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UK local authorities are unconfident that 100 percent of services will be e-enabled by the government's deadline of 2005, a Datamonitor study reveals.

The UK government has encouraged the use of e-government to transform services, renew local democracy and promote local economic vitality, and has confirmed that all councils will receive a capital grant of £200,000 to assist them in becoming e-enabled.

But the study, titled "Technology Opportunities in the UK Public Sector," said that 36 percent of local authorities believed they would not meet the implementation of electronic government (IEG) requirements by 2005.

In an explanation of the problem with roll out, Kathleen Klasnic, senior analyst at Datamonitor, referred to the three tier council system in the UK.

The first tier consists of councils in large cities, such as London, Birmingham and Manchester, which she said are IT savvy and have used the funding they received well. The second tier comprises councils in smaller towns, such as Portsmouth and Bristol, also fairly IT savvy but have started later and tend to have reduced funds.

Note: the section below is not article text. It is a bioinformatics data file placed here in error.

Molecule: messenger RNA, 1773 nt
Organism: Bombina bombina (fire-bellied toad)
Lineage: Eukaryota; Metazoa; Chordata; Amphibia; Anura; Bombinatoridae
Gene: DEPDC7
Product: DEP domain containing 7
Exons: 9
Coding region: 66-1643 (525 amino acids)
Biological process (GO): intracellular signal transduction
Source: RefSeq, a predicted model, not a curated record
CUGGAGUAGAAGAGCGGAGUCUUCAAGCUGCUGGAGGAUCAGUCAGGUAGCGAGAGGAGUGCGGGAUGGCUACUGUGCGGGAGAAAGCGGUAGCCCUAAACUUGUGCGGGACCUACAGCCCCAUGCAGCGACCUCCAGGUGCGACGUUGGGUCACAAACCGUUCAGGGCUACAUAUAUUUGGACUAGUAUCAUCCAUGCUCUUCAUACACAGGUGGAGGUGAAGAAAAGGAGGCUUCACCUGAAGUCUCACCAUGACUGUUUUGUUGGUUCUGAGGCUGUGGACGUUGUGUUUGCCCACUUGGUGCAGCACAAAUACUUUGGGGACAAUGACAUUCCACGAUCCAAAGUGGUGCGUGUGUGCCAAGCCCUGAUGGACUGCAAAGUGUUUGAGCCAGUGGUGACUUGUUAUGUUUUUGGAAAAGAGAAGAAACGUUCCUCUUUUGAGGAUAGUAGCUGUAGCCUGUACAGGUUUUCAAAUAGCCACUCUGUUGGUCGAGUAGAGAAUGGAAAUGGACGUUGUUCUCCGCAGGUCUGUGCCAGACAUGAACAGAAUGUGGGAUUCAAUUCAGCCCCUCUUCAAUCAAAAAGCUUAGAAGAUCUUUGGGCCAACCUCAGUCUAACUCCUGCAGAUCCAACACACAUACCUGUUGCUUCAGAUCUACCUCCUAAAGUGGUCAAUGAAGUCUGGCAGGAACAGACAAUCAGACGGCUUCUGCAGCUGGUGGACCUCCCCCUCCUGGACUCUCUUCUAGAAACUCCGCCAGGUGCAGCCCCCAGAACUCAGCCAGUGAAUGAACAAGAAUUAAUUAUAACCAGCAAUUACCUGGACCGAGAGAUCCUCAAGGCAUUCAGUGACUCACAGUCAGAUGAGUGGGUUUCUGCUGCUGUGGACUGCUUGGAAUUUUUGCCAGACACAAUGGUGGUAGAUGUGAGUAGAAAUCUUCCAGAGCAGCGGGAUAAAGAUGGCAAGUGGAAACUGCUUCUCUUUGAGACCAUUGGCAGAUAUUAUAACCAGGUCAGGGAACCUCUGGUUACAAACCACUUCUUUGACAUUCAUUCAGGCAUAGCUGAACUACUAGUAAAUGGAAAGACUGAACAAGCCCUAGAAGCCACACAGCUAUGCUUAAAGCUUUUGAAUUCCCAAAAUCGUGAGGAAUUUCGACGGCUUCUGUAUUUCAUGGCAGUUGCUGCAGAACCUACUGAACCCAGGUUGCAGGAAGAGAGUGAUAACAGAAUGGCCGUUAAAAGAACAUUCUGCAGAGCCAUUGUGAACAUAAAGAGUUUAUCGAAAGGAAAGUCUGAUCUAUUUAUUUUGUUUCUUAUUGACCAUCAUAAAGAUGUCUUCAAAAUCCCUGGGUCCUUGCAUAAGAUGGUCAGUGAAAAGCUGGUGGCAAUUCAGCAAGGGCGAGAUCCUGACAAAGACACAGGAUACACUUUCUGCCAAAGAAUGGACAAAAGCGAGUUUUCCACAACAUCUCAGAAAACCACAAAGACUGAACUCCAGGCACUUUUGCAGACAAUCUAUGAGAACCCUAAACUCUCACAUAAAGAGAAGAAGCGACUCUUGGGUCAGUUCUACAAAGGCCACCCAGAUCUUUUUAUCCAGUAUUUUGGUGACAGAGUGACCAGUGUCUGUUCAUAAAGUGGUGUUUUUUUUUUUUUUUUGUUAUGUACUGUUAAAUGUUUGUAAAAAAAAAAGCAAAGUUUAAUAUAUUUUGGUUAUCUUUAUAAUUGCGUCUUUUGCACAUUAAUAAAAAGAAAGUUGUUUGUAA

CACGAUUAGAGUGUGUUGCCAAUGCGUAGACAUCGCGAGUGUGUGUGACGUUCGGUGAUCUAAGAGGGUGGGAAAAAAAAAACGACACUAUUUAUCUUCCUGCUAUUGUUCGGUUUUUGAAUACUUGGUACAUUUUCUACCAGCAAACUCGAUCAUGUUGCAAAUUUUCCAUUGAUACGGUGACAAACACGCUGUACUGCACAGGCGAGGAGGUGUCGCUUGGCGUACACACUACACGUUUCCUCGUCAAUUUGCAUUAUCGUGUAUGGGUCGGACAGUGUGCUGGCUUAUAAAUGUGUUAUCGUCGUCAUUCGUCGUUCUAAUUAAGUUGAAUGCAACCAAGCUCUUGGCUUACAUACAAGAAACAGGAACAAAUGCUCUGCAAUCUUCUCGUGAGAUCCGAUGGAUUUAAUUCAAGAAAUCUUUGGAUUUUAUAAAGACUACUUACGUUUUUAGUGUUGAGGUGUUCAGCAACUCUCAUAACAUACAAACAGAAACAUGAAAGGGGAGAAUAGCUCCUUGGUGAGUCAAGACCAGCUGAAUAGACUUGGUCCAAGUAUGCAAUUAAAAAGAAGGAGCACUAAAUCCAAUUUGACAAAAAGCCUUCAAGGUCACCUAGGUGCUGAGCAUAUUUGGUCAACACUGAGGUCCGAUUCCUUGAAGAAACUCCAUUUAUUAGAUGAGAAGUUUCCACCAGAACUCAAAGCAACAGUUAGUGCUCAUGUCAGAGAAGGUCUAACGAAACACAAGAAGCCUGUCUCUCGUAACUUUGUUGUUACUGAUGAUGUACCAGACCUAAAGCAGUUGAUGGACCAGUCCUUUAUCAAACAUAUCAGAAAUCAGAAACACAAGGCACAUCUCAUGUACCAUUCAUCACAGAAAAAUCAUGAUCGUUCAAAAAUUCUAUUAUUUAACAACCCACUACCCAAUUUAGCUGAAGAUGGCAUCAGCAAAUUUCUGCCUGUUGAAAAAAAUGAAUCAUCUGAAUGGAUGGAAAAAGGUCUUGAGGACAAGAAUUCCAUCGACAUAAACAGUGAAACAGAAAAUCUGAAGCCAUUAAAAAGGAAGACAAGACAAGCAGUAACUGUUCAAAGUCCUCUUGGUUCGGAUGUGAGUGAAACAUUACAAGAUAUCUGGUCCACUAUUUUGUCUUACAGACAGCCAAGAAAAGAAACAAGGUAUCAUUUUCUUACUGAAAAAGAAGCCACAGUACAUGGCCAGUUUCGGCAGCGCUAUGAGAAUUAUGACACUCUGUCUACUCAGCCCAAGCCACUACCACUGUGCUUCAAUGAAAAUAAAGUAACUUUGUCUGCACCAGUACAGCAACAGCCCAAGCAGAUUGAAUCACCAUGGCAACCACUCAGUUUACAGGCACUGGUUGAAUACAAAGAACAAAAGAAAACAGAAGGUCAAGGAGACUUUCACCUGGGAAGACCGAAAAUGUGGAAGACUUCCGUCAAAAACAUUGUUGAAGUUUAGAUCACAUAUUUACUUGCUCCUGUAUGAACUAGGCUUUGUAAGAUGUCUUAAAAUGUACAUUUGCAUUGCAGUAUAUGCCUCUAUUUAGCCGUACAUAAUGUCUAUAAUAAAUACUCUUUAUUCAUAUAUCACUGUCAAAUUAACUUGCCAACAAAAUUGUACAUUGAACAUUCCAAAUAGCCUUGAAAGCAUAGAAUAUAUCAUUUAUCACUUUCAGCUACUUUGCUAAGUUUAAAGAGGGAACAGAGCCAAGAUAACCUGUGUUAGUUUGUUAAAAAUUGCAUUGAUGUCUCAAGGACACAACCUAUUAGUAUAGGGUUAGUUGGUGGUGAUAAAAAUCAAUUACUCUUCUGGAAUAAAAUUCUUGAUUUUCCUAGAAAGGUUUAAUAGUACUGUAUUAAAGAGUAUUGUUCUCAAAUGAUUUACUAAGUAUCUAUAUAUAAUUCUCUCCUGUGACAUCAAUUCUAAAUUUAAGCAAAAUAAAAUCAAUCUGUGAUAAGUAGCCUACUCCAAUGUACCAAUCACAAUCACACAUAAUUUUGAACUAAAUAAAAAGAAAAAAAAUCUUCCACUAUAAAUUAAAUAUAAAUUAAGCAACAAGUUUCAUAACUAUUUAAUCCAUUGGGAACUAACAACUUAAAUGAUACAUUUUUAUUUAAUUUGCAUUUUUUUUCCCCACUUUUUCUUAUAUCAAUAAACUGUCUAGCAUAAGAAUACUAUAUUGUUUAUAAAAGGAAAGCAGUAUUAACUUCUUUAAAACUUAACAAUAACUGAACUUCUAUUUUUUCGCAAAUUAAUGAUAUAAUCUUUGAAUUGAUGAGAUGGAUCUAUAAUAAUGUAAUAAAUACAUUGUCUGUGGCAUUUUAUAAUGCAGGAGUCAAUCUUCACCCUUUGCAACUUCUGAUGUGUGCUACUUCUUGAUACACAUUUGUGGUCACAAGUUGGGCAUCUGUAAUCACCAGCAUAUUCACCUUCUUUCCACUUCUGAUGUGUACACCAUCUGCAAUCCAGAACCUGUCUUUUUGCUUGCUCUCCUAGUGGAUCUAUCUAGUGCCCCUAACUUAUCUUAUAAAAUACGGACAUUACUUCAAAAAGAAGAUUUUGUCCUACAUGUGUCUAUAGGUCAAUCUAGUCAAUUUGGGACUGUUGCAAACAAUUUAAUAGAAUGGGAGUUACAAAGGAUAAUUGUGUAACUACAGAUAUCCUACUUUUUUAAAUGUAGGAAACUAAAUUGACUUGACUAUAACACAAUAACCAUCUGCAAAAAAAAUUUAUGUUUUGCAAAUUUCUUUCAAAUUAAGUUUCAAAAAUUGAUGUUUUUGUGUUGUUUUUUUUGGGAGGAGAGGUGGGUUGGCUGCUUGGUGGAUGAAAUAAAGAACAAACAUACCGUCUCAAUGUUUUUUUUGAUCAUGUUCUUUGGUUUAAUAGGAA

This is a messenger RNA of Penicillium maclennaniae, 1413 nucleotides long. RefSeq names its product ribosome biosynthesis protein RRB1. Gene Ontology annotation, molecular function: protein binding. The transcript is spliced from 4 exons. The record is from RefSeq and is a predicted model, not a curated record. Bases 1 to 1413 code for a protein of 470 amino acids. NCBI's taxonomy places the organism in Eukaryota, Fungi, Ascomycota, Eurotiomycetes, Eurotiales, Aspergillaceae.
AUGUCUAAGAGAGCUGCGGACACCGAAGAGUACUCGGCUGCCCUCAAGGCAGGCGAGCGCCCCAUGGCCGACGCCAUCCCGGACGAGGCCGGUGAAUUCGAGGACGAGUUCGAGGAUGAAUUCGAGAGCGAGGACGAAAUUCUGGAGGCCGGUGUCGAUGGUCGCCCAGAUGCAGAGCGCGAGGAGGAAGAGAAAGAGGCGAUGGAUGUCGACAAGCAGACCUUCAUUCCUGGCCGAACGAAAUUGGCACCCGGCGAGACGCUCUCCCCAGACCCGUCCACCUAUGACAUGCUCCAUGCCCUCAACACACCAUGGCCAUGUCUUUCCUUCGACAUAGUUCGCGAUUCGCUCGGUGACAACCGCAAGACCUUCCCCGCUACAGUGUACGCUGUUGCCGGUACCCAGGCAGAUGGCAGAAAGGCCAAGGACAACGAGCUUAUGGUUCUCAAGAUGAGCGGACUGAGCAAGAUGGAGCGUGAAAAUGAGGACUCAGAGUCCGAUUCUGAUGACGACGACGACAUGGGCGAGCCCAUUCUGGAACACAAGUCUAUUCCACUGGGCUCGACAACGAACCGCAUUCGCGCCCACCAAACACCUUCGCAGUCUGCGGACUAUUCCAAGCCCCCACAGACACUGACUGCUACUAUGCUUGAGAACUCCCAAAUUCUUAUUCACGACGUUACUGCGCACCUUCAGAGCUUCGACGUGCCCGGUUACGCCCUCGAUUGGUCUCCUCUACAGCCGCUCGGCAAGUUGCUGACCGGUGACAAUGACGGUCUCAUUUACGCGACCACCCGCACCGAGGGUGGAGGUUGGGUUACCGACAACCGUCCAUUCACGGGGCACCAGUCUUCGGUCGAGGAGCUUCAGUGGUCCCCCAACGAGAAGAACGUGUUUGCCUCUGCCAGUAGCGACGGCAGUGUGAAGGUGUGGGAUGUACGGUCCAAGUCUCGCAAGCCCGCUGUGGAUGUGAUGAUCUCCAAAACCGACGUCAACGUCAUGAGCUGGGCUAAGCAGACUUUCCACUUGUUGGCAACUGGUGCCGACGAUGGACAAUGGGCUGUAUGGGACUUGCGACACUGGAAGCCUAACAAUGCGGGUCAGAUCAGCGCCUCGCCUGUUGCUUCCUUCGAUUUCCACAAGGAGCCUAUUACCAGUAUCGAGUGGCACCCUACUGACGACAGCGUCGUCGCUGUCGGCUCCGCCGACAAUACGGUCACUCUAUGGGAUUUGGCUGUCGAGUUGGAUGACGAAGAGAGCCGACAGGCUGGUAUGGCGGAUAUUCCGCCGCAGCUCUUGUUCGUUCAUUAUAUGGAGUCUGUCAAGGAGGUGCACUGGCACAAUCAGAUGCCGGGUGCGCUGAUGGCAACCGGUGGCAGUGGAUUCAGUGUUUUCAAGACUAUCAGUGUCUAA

The third tier is small rural areas and seems to be where the main problem lies. "These tend to lack both the necessary in-house IT expertise and the funds necessary to fully meet e-government requirements. Compounding the problem is that the government often penalises laggards with regard to funding. More cuts don't help," Klasnic added.

Nevertheless, the Office of the Deputy Prime Minister has said that those authorities who do not meet the requirements may find themselves short-funded. But Datamonitor notes that the trouble is not just with funding. In fact, the survey showed that many councils thought guidance would be most helpful in hastening e-government. According to the report, 73 percent of councils cited guidance as important while 92 percent of councils cited funding as key.

© ENN

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